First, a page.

Wise investors alter their approaches as market cycles shift, from bull to bear to something in between. A consistent strategy can be far more risky than one that involves tactical shifts according to the season.
Let’s say you have a teenage son, who loves wearing shorts and a T-shirt. He loves this so much that he wears the skimpy attire all year-round, no matter how cold it is outside. He does this for two reasons:
- That is the style now.
- He is a teenager and just doesn't know any better.
He reminds me a lot of how individual investors behave. They follow a traditional asset allocation/buy and hold approach, regardless of what the market is doing. This, and any other strategy, works fine in a bull market, just like wearing shorts and a T-shirt is fine during the summer. But it gets you crushed in a down market.
Three Types of Markets
There are basically three different types of markets, each requiring its own investment strategy:
In such bullish times, the market goes up in a straight line. Even someone with a brain the size of a walnut could make 20% per year (apologies to any cavemen reading this, if you can read, that is).
The markets in 2019 and 2021 are two great examples. In these types of markets, just about anything that you invested in worked well. This is true with an asset allocation or a trend-following tactical strategy.
This is one that goes down a lot. Great examples of this were from 2007 – 2009 when the S&P 500 lost more than 50% of its value over 16 months or the COVID-19 induced bear market that cut over 30% from the S&P 500 in a very short period of time (it was also the shortest bear in history).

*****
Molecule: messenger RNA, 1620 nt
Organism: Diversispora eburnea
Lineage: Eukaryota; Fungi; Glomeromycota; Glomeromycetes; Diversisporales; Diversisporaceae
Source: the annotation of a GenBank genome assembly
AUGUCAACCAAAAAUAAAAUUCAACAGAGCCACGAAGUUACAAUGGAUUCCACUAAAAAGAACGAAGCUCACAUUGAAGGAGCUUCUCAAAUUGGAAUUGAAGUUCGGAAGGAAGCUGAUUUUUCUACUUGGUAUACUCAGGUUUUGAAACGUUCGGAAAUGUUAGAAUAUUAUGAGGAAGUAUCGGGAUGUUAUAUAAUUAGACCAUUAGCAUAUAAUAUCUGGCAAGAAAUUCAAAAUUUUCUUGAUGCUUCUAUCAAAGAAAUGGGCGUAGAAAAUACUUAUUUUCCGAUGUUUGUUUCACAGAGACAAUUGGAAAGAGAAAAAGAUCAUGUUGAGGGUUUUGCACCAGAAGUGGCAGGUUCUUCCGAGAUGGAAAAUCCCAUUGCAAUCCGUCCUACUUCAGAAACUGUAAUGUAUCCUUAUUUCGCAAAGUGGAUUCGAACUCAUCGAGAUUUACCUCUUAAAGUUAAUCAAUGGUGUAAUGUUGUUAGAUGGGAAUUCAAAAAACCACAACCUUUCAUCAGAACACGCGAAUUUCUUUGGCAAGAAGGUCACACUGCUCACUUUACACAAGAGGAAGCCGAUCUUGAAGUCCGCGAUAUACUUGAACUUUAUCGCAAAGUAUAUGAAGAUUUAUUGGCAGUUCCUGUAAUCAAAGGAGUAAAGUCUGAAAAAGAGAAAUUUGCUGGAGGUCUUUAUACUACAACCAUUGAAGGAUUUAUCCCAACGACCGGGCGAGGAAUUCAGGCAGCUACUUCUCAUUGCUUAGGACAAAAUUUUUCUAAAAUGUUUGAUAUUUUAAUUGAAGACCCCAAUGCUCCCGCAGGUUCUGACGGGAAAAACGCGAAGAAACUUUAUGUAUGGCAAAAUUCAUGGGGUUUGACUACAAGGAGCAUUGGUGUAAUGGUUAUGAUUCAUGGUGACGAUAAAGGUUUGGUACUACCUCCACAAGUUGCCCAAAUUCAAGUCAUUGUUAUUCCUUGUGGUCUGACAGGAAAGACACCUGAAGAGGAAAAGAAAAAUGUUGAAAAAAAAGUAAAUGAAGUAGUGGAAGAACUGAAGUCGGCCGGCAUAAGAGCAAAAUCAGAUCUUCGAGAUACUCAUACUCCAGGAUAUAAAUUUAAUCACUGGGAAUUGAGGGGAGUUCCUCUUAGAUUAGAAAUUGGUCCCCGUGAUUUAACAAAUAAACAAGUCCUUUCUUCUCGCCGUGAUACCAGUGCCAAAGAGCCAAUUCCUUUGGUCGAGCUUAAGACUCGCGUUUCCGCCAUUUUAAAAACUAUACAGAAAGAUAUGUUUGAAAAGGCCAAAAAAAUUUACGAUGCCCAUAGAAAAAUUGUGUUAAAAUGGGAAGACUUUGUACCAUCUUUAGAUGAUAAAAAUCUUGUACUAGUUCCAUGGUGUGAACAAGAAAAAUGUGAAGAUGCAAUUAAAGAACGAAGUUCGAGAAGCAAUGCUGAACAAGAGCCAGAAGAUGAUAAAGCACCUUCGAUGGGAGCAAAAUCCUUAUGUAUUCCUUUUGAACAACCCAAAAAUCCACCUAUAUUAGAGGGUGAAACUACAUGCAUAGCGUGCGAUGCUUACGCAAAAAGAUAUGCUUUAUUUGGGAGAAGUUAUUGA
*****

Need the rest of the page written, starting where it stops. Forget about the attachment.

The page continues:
Just about any strategy that has you fully invested in equities gets hurt in this type of market. This is just like your hypothetical son wearing shorts in the dead of winter: He feels comfortable because everyone is doing it, but he is freezing his butt off. In this market, a better strategy might be where an investor is in cash and maybe short-term bonds.
Here, volatility is high, which produces some returns but is at great risk of falling into a slump. The current cycle embodies this. While the market has gained some but lost more throughout the year, the risk is still immense.
Volatility is low at the moment, yet any bad news from anywhere – Ukraine, the Fed, inflation, supply chains – can change that in a jiffy.
Although a fully invested strategy in this market could work out OK, the risk might not be worth it. This is like your young, teenage son wearing shorts in the fall: If he gets a warm day he is fine; if he doesn’t, he gets really cold.
Tactical Asset Allocation (TAA)
Tactical could be the way to go in this market. A good tactical strategy often trails a fully invested approach if the market is going up in the face of great risk (albeit with much less volatility). But can protect you if the risky market turns bearish.
With this strategy, known as Tactical Asset Allocation, you alter the mix of your assets based on their price performance. You favor asset classes trending upward, and unload those going down. TAA has two methods:
- Relative strength, also called momentum, has you buying the strongest investment from a basket of two or more asset classes. That could be stocks and bonds, or U.S. shares and international ones.
- Counter trend analysis entails buying into short-term weakness and selling into short-term strength. This is not market timing, which involves predictions. Market timing tries to get out at market tops and in at market bottoms.
TAA only moves when a trend is clear.
Talk to your financial professional to see which might make the most sense for you.
The opinions voiced in this material are for general information only and are not intended to provide specific advice or recommendations for any individual security. To determine which investment(s) may be appropriate for you, consult your financial professional prior to investing.
Investing involves risks including possible loss of principal. No investment strategy or risk management technique can guarantee return or eliminate risk in all market environments.
Asset allocation does not ensure a profit or protect against a loss.
S&P 500 Index: The Standard & Poor's (S&P) 500 Index tracks the performance of 500 widely held, large-capitalization US stocks.
All information is believed to be from reliable sources; however LPL Financial makes no representation as to its completeness or accuracy.
This article was prepared by FMeX.
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